- Use a blunt syringe needle (20 G) to punch out holes in the device based on the imprinted pattern, using a microscope if necessary. Ensure that the hole penetrates through the other side of the device, and use tweezers to remove the punched-out pieces.
- Thoroughly wash a coverslip (18 x 18 mm, 0.14 mm thick) with water and soap, and then with isopropanol. Use air pressure to dry the cleaned coverslip.
- Insert the cleaned PDMS and coverslip into the plasma cleaner, close the valves, and turn on the power, vacuum, and pump. Allow the plasma cleaner to run for about a minute, set the RF to HI, and allow some air to enter the plasma cleaner using the fine valve.
- When the viewing window's color changes from purple to pink, let the plasma cleaner work for 50 s and turn the RF off. Keep the pump on for a minute, and after turning it off, gradually open the main valve to allow air into the plasma cleaner.
NOTE: An alternative method to achieve comparable results is heat bonding. For this method, lay the mold onto the coverslip and place it on a hot plate set to 70-80 °C for approximately 60 min.
- When the viewing window's color changes from purple to pink, let the plasma cleaner work for 50 s and turn the RF off. Keep the pump on for a minute, and after turning it off, gradually open the main valve to allow air into the plasma cleaner.
- Press the PDMS surface onto the cleaned coverslip and confirm that they are bonded by observing no detachment when pulling up slightly on the coverslip.
- Secure the needle of a 90° blunt needle (18 G) with a pair of pliers and pull off the plastic syringe connector to remove it. Insert one end of the needle into a Tygon tube (0.020" ID, 0.060" OD, see Table of Materials) and the other end into one of the punched-out holes of the device. Repeat the process for the other holes.
- To remove air bubbles, inject water/buffer into the channels with a glass syringe (a pump is optional, but no pump was used here). Filter all liquids with a 0.22 µm filter before injecting them into the device.
- Use a blocking agent such as a 1% BSA solution to prevent the binding of fluorescence-labeled AFPs onto the PDMS walls. Inject the blocking agent into the inlet channel and allow it to remain in the microchannels for 20 min. Then, inject the buffer solution into the inlet channel to flush out the BSA solution.
NOTE: The resulting PDMS device is attached to a coverslip along its bottom surface, connected to tubing in its inlet and outlet holes, and coated with a blocking agent in its channels.
2. Setting up the microfluidic device
- Apply a small amount of immersion oil to the surface of the copper cold stage (see Table of Materials) and spread it using a lint-free wipe to create a thin layer of oil. Next, place a clean sapphire disc (see Table of Materials) on the created oil layer. Apply a droplet of immersion oil onto the center of the sapphire disc and position the PDMS device onto the drop such that the features of the device are aligned over the viewing hole of the cold stage.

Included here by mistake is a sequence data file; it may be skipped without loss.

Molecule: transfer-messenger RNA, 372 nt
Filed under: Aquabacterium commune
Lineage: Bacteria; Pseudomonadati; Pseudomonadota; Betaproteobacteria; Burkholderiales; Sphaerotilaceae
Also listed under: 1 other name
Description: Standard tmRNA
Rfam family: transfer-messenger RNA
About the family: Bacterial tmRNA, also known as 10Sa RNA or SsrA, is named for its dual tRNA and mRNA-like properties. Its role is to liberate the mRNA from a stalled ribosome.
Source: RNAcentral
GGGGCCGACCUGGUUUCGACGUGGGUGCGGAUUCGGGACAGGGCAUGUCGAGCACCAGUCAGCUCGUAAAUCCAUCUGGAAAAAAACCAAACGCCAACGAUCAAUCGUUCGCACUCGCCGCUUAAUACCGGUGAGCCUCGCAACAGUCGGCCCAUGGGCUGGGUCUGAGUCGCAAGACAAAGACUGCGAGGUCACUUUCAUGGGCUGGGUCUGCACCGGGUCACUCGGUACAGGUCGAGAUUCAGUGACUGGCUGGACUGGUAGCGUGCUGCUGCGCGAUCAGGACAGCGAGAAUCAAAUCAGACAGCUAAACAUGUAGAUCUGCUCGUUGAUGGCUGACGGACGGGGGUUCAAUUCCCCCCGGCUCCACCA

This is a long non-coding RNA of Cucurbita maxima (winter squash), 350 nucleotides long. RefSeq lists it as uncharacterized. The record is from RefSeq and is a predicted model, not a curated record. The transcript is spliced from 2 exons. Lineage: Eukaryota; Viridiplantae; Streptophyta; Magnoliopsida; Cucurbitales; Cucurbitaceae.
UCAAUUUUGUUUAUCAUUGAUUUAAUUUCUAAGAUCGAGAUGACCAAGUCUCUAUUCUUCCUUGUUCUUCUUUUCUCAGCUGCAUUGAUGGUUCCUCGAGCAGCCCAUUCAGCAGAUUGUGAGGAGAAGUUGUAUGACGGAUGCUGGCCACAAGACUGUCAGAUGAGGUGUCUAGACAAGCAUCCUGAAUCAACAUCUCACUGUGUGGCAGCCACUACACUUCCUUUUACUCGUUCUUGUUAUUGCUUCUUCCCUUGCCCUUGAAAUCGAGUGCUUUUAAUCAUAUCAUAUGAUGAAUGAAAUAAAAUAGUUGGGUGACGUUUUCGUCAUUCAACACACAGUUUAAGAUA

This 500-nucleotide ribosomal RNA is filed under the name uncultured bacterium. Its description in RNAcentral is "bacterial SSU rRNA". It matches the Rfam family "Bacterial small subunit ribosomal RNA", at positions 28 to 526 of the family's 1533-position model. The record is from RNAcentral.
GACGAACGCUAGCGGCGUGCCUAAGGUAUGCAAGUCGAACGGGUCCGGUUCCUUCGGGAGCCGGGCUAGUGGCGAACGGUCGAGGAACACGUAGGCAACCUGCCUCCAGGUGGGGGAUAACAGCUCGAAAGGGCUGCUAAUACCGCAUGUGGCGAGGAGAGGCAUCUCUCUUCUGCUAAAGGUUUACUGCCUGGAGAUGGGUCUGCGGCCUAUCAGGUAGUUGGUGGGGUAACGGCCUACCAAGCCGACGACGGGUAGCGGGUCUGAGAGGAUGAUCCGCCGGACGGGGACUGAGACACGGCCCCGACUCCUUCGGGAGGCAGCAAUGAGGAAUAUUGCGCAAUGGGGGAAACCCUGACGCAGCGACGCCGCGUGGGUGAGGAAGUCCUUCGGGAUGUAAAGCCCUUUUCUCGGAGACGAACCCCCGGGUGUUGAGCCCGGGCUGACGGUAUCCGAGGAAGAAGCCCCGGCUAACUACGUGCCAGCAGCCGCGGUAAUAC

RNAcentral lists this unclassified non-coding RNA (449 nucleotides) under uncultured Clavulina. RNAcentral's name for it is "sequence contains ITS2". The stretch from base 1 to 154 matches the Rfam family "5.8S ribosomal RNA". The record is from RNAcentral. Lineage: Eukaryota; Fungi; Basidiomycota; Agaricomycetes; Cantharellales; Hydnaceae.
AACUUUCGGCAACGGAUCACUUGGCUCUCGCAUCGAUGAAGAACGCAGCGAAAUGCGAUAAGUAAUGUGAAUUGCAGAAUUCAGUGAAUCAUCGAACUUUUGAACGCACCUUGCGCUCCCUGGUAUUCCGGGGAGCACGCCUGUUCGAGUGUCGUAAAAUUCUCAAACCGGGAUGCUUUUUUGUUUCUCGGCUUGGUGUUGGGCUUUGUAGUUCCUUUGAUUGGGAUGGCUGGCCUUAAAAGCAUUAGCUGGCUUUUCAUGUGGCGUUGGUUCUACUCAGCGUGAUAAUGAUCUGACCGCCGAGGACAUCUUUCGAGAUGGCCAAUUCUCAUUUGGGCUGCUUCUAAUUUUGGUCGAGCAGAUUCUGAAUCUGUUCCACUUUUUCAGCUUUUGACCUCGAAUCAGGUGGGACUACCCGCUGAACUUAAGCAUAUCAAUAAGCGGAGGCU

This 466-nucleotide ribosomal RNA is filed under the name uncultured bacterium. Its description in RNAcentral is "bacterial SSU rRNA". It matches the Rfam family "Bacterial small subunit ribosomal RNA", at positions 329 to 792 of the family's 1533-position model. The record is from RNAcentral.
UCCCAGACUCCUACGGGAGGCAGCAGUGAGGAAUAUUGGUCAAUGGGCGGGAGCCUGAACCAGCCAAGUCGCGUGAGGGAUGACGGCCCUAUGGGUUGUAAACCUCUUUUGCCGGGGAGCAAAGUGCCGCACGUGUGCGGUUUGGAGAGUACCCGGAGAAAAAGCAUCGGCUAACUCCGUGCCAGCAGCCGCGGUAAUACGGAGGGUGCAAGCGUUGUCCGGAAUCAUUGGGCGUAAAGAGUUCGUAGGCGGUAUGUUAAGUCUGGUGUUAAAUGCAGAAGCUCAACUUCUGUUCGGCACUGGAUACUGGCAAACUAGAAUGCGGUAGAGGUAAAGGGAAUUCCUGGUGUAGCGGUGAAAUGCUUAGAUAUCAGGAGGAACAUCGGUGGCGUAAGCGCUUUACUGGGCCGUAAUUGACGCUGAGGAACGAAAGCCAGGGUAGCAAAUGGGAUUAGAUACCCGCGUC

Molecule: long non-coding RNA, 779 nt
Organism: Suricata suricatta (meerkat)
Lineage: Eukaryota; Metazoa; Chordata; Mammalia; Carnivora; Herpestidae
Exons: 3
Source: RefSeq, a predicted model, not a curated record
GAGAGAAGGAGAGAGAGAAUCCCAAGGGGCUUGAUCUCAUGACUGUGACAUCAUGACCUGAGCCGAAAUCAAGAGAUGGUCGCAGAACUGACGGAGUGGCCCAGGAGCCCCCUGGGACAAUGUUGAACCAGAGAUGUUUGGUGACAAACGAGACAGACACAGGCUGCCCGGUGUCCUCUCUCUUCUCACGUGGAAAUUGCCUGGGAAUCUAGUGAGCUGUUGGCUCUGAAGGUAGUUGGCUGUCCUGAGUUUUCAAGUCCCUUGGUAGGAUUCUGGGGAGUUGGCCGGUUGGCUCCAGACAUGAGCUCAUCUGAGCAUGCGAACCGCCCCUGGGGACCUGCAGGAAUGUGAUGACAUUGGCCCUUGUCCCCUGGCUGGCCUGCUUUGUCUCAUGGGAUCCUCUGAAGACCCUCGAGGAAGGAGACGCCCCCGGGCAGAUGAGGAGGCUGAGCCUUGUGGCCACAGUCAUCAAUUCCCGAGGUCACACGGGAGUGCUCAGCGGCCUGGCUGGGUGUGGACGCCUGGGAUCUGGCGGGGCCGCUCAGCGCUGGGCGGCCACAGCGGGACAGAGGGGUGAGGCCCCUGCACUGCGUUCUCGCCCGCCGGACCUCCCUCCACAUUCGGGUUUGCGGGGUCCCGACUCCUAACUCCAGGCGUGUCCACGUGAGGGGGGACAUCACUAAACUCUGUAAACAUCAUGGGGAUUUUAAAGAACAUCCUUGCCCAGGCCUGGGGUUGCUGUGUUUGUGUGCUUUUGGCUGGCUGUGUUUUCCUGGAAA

- Hold the device in place and secure the tubing to the outer walls of the aluminium box that houses the cold stage using adhesive tape. Make a note of the placement of each specific tube.
- Use a glass syringe to inject 4-5 µL of AF(G)P solution (see Table of Materials) into the inlet channel. Close the lid of the cold stage.
NOTE: The concentration of the AFP solutions can be varied and decided based on their fluorescence intensity. In the present protocol, the range of concentrations was 5-40 µL.
3. Formation of single crystals in the microfluidic channels
- Purge the cold stage with dry air/nitrogen to prevent condensation from forming inside it. Activate a circulating cooling bath to circulate water through the cold stage and serve as a heat sink.
- Initiate the temperature control program and set the temperature to -25 °C.
NOTE: Freezing will occur as the sample reaches a temperature of ~-20 °C, which can be observed as a sudden darkening and roughening of the sample. Any objective can be used at this point, preferably the 4x objective, which enables the user to observe the entirety of the microfluidic channels.
- Slowly, increasing the temperature by approximately 1 °C/5 s, approach the sample's melting point, which can range from -1 to -0.2 °C depending on the buffer used in the AF(G)P solution. As the temperature approaches the melting point, wait until a few single crystals are isolated.
NOTE: If needed, unwanted ice can be locally melted using an IR laser (980 nm) (see Table of Materials), which is fixed on the microscope. The laser melts nearby ice crystals as long as it is on.
- At this point, it is recommended to switch to 10x or 20x objectives to better observe single crystals. After obtaining a single crystal in the desired location, grow the crystal by slightly decreasing the temperature (by ~0.01 °C) until the edges of the crystal meet the channel walls.
- Switch to the 50x objective, inject the AF(G)P solution into the channels, and observe the fluorescence intensity increase, indicating that the protein solution was successfully injected into the channels. Perform this step carefully to avoid melting of the ice crystal during the exchange of solutions. Closely monitor and adjust both the flow rate (by applying more/less pressure on the glass syringe) and the temperature during the solution exchange process.
- Allow the proteins enough time to accumulate and bind onto the crystal surface.
NOTE: This varies based on the accumulation and adsorption rates of the AF(G)P5,25. In a typical experiment, 5-10 min are allowed for AFP accumulation